Dancing With Danger

By: Cristina Grenier



Andrea, on the other hand, had stayed.

Ben encouraged her to leave, too. To stop working long shifts to take care of Leandra because she didn't appreciate it.

He'd found her exhausted and stressed out, crying from tiredness and from things their mother had said, more times than either of them probably wanted to count, and yet Andrea couldn't bring herself to leave.

"She needs us, Ben," was what she always said, and then when Ben had left, it turned into "She needs me."

And that was even more true now than it had been before. Leandra was so deep in her bottles that it was hard to remember who she had been before. It was hard to remember that there had once been good times when they'd been a family. Aside from Ben, Andrea was worried she'd never know what it was like to have a family again.

Now Ben sighed, shaking his head at her. "She doesn't deserve you, Drea," he said. "Not even a little bit. You can't keep... Putting your life on hold because you're taking care of her. She needs help, but you're not in anyway obligated to be the one to help her."

"If I don't, who will?" Andrea asked, looking up at her brother. "She doesn't have anyone else."

"Because she chased everyone else away! She had family and friends, but she chose drinking over them." Ben ran fingers through his close cropped hair. "Andrea, you're my sister, and I love you. I want better things for you than playing babysitter to a woman who doesn't appreciate any of it. She threw something at you today. Do you think she cared whether it hit you or not?"

Andrea opened her mouth and then closed it again. Her instinct, even now, was to defend her mother, even though she knew that there wasn't a reason to. She already knew the answer to Ben's question, after all. "No."

"No. Exactly. She could have cracked your head open with that bottle and she would have just kept drinking. Aside from you deserving better than her, it's not safe for you there."

As much as she wanted to argue, it was hard to deny that he had a point.

"So what do you suggest, Ben? You want me to run out on her?"

He shook his head. "No, I don' t... I think. I think you need to give her an ultimatum. She's our mother, yeah, but without you she has nothing, like you said. You leave, and the bills don't get paid and no one goes grocery shopping, and she doesn't eat. You leave, and she'll have to come out of that stupor long enough to realize that she can't live on her own. It's a start."

It was a start, but it seemed cruel to her. They both knew that their mother couldn't stand on her own two feet. She didn't have anything left in her to do that, and with Andrea gone... She tried not to picture her mother starving or begging in the streets.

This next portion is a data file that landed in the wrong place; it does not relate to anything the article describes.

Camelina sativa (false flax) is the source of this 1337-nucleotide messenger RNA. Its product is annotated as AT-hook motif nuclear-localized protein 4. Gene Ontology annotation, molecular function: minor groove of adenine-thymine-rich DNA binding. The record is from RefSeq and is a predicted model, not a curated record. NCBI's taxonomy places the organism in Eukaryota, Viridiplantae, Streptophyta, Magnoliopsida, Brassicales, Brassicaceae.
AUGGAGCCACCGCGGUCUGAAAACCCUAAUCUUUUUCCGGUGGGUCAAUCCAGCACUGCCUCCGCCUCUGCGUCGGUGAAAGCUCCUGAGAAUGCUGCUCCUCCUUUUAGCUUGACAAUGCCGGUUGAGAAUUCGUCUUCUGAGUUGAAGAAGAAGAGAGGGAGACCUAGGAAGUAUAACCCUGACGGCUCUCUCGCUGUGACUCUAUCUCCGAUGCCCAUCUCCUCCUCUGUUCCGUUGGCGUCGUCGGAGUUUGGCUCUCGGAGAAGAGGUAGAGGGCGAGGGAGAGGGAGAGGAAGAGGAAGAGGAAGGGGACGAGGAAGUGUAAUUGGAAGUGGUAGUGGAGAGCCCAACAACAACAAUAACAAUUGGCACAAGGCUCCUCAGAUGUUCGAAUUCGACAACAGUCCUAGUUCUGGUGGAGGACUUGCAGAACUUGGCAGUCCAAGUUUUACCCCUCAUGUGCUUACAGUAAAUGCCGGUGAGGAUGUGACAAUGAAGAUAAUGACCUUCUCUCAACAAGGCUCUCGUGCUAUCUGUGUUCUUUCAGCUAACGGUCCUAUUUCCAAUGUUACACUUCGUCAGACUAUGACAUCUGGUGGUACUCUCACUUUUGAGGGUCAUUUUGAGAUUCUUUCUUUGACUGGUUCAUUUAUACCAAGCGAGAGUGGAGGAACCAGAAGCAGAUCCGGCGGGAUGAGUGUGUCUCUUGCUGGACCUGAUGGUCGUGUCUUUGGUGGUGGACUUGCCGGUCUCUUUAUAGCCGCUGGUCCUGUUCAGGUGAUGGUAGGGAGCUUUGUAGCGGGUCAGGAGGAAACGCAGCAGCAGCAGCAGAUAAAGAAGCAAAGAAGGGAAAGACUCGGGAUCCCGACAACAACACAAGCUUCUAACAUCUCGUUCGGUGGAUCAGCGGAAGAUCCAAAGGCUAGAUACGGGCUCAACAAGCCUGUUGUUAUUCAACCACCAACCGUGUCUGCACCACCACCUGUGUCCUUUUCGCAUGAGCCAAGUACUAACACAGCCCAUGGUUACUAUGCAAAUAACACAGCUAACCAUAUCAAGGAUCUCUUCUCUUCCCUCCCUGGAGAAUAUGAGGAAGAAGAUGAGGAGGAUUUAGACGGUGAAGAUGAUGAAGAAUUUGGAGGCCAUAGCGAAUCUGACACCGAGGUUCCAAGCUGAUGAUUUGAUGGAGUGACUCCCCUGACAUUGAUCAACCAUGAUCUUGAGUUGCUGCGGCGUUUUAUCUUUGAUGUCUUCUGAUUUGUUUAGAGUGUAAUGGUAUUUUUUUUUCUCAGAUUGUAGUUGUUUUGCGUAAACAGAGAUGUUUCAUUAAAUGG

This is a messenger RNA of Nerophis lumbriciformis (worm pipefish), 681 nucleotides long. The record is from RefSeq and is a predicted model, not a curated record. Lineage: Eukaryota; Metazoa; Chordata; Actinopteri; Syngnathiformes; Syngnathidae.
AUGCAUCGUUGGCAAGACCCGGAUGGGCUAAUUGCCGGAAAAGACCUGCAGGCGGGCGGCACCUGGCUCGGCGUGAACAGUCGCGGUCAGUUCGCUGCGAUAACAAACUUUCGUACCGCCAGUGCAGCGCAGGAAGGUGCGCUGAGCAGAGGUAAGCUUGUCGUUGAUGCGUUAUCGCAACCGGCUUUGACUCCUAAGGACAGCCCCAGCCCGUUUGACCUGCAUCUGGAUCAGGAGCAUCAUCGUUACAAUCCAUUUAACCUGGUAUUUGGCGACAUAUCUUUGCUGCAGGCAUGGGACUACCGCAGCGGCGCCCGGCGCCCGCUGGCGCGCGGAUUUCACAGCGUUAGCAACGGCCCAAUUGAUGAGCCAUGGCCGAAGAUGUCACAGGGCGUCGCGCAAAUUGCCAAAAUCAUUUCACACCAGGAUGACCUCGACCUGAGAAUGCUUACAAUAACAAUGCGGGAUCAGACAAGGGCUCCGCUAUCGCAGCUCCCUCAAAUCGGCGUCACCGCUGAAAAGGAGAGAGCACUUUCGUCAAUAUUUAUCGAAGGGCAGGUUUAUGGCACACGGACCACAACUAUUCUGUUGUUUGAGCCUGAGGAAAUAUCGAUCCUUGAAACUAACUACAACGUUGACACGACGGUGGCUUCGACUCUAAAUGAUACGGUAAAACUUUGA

"What am I supposed to do, exactly?" she asked.

Ben shrugged. "Tell it to her straight. Tell her she's either got to get her act together, or you're gone. You can come stay with me until you find a place of your own, if you want. Show her you mean business." His brown eyes were kind, but firm as he looked at her. "I'm not going to let her hurt you, Drea."

Andrea nodded. It was going to take her some time to be okay with this, that she already knew, but at least she wasn't alone.

Her stomach growled loudly, breaking the tension and making them both laugh.

"Let me guess," Ben said, hand on his hip. "You haven't eaten today."

She shook her head sheepishly. "I'd like to see you manage to cook breakfast while trying to wheedle vodka from a grown woman."

"The difference is that I wouldn't have tried," he pointed out. "Pizza?"

"God, yes."

"Pineapple?"

"Do you even need to ask?"

"Nope, just making sure you were alright. The day you turn down a ham and pineapple pizza is the day I know something is actually wrong with you."

His words made her grin, and she found herself laughing for the first time that day. That was one really good thing about Ben. As firm as he was about things, he also knew how to make her feel better almost instantly. He knew her better than anyone else (and she never could decide if that was sad or not), and he genuinely cared about whether she was happy or not.

He'd been trying to get her to take his advice for years now, and maybe it was finally time she took it.

By the time the pizza had arrived, she'd made up her mind to do just that, no matter how much she would have to psych herself up to do it.



They ate together, laughing and enjoying each other’s company. With how much both of them worked, they didn’t always have time to spend with each other, so it was nice to take it where they could, even if it was because Andrea was hiding out at Ben’s place.

Andrea was debating another slice of pizza when Ben’s phone rang. He groaned and fished it out of his pocket, covering his mouth to muffle a belch before he answered.

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